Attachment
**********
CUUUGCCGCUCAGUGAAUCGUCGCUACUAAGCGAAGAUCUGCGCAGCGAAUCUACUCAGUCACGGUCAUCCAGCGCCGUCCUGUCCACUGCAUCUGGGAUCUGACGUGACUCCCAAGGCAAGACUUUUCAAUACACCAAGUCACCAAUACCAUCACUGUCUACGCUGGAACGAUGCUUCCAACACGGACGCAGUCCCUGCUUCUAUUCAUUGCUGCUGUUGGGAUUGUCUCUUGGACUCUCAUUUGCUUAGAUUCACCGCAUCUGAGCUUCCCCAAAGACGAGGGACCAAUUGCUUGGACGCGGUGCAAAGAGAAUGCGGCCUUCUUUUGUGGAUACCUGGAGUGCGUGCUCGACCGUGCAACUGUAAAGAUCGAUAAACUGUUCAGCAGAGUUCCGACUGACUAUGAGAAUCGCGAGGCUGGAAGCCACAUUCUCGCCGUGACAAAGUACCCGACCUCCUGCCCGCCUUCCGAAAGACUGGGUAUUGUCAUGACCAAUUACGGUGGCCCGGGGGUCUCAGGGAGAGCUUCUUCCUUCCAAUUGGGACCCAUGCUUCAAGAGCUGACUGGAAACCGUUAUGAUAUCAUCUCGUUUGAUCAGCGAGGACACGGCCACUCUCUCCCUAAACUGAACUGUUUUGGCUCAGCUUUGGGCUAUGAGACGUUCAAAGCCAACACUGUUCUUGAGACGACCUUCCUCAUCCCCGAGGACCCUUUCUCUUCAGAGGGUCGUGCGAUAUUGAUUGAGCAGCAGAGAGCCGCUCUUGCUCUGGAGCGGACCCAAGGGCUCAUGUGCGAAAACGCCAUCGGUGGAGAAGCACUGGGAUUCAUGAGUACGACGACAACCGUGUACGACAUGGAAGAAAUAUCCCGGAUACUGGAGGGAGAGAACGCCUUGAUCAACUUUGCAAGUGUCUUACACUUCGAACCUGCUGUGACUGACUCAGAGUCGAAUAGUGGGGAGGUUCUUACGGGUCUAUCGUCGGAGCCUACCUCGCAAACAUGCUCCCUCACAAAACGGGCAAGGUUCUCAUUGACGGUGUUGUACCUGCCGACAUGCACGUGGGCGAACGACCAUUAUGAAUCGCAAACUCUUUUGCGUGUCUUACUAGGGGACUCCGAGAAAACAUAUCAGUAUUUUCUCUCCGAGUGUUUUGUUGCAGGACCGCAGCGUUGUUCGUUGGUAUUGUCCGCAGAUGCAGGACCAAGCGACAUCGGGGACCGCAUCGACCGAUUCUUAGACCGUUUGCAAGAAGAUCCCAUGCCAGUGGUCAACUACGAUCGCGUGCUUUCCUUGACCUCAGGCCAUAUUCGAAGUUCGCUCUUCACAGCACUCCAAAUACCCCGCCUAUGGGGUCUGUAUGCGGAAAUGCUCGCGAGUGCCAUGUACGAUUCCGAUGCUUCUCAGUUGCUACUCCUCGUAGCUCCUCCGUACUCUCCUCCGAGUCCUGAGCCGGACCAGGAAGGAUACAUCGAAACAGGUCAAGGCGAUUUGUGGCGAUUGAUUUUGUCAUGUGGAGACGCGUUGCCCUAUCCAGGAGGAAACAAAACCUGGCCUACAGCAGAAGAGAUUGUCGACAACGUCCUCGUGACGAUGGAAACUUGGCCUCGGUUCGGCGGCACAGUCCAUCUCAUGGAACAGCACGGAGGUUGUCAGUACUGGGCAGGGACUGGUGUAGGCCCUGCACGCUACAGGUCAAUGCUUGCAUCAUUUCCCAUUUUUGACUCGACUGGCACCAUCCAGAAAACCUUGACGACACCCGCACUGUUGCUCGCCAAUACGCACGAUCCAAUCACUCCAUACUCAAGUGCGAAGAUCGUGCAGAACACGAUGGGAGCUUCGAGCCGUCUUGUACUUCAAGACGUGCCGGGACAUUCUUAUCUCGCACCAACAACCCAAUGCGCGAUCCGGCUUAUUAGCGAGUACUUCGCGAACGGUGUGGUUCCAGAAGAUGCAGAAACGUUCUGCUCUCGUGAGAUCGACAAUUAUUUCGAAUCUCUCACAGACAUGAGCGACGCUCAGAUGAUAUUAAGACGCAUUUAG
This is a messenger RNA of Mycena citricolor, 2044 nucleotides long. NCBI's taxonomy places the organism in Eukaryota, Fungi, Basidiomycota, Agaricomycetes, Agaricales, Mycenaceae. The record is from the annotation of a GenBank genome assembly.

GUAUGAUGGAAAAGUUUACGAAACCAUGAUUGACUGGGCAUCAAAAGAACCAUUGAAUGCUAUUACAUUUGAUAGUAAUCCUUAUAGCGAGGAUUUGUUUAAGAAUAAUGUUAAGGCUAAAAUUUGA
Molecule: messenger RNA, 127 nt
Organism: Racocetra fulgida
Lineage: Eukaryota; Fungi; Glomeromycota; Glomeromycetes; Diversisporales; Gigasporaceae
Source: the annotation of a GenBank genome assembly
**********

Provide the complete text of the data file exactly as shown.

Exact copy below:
CUUUGCCGCUCAGUGAAUCGUCGCUACUAAGCGAAGAUCUGCGCAGCGAAUCUACUCAGUCACGGUCAUCCAGCGCCGUCCUGUCCACUGCAUCUGGGAUCUGACGUGACUCCCAAGGCAAGACUUUUCAAUACACCAAGUCACCAAUACCAUCACUGUCUACGCUGGAACGAUGCUUCCAACACGGACGCAGUCCCUGCUUCUAUUCAUUGCUGCUGUUGGGAUUGUCUCUUGGACUCUCAUUUGCUUAGAUUCACCGCAUCUGAGCUUCCCCAAAGACGAGGGACCAAUUGCUUGGACGCGGUGCAAAGAGAAUGCGGCCUUCUUUUGUGGAUACCUGGAGUGCGUGCUCGACCGUGCAACUGUAAAGAUCGAUAAACUGUUCAGCAGAGUUCCGACUGACUAUGAGAAUCGCGAGGCUGGAAGCCACAUUCUCGCCGUGACAAAGUACCCGACCUCCUGCCCGCCUUCCGAAAGACUGGGUAUUGUCAUGACCAAUUACGGUGGCCCGGGGGUCUCAGGGAGAGCUUCUUCCUUCCAAUUGGGACCCAUGCUUCAAGAGCUGACUGGAAACCGUUAUGAUAUCAUCUCGUUUGAUCAGCGAGGACACGGCCACUCUCUCCCUAAACUGAACUGUUUUGGCUCAGCUUUGGGCUAUGAGACGUUCAAAGCCAACACUGUUCUUGAGACGACCUUCCUCAUCCCCGAGGACCCUUUCUCUUCAGAGGGUCGUGCGAUAUUGAUUGAGCAGCAGAGAGCCGCUCUUGCUCUGGAGCGGACCCAAGGGCUCAUGUGCGAAAACGCCAUCGGUGGAGAAGCACUGGGAUUCAUGAGUACGACGACAACCGUGUACGACAUGGAAGAAAUAUCCCGGAUACUGGAGGGAGAGAACGCCUUGAUCAACUUUGCAAGUGUCUUACACUUCGAACCUGCUGUGACUGACUCAGAGUCGAAUAGUGGGGAGGUUCUUACGGGUCUAUCGUCGGAGCCUACCUCGCAAACAUGCUCCCUCACAAAACGGGCAAGGUUCUCAUUGACGGUGUUGUACCUGCCGACAUGCACGUGGGCGAACGACCAUUAUGAAUCGCAAACUCUUUUGCGUGUCUUACUAGGGGACUCCGAGAAAACAUAUCAGUAUUUUCUCUCCGAGUGUUUUGUUGCAGGACCGCAGCGUUGUUCGUUGGUAUUGUCCGCAGAUGCAGGACCAAGCGACAUCGGGGACCGCAUCGACCGAUUCUUAGACCGUUUGCAAGAAGAUCCCAUGCCAGUGGUCAACUACGAUCGCGUGCUUUCCUUGACCUCAGGCCAUAUUCGAAGUUCGCUCUUCACAGCACUCCAAAUACCCCGCCUAUGGGGUCUGUAUGCGGAAAUGCUCGCGAGUGCCAUGUACGAUUCCGAUGCUUCUCAGUUGCUACUCCUCGUAGCUCCUCCGUACUCUCCUCCGAGUCCUGAGCCGGACCAGGAAGGAUACAUCGAAACAGGUCAAGGCGAUUUGUGGCGAUUGAUUUUGUCAUGUGGAGACGCGUUGCCCUAUCCAGGAGGAAACAAAACCUGGCCUACAGCAGAAGAGAUUGUCGACAACGUCCUCGUGACGAUGGAAACUUGGCCUCGGUUCGGCGGCACAGUCCAUCUCAUGGAACAGCACGGAGGUUGUCAGUACUGGGCAGGGACUGGUGUAGGCCCUGCACGCUACAGGUCAAUGCUUGCAUCAUUUCCCAUUUUUGACUCGACUGGCACCAUCCAGAAAACCUUGACGACACCCGCACUGUUGCUCGCCAAUACGCACGAUCCAAUCACUCCAUACUCAAGUGCGAAGAUCGUGCAGAACACGAUGGGAGCUUCGAGCCGUCUUGUACUUCAAGACGUGCCGGGACAUUCUUAUCUCGCACCAACAACCCAAUGCGCGAUCCGGCUUAUUAGCGAGUACUUCGCGAACGGUGUGGUUCCAGAAGAUGCAGAAACGUUCUGCUCUCGUGAGAUCGACAAUUAUUUCGAAUCUCUCACAGACAUGAGCGACGCUCAGAUGAUAUUAAGACGCAUUUAG
This is a messenger RNA of Mycena citricolor, 2044 nucleotides long. NCBI's taxonomy places the organism in Eukaryota, Fungi, Basidiomycota, Agaricomycetes, Agaricales, Mycenaceae. The record is from the annotation of a GenBank genome assembly.

GUAUGAUGGAAAAGUUUACGAAACCAUGAUUGACUGGGCAUCAAAAGAACCAUUGAAUGCUAUUACAUUUGAUAGUAAUCCUUAUAGCGAGGAUUUGUUUAAGAAUAAUGUUAAGGCUAAAAUUUGA
Molecule: messenger RNA, 127 nt
Organism: Racocetra fulgida
Lineage: Eukaryota; Fungi; Glomeromycota; Glomeromycetes; Diversisporales; Gigasporaceae
Source: the annotation of a GenBank genome assembly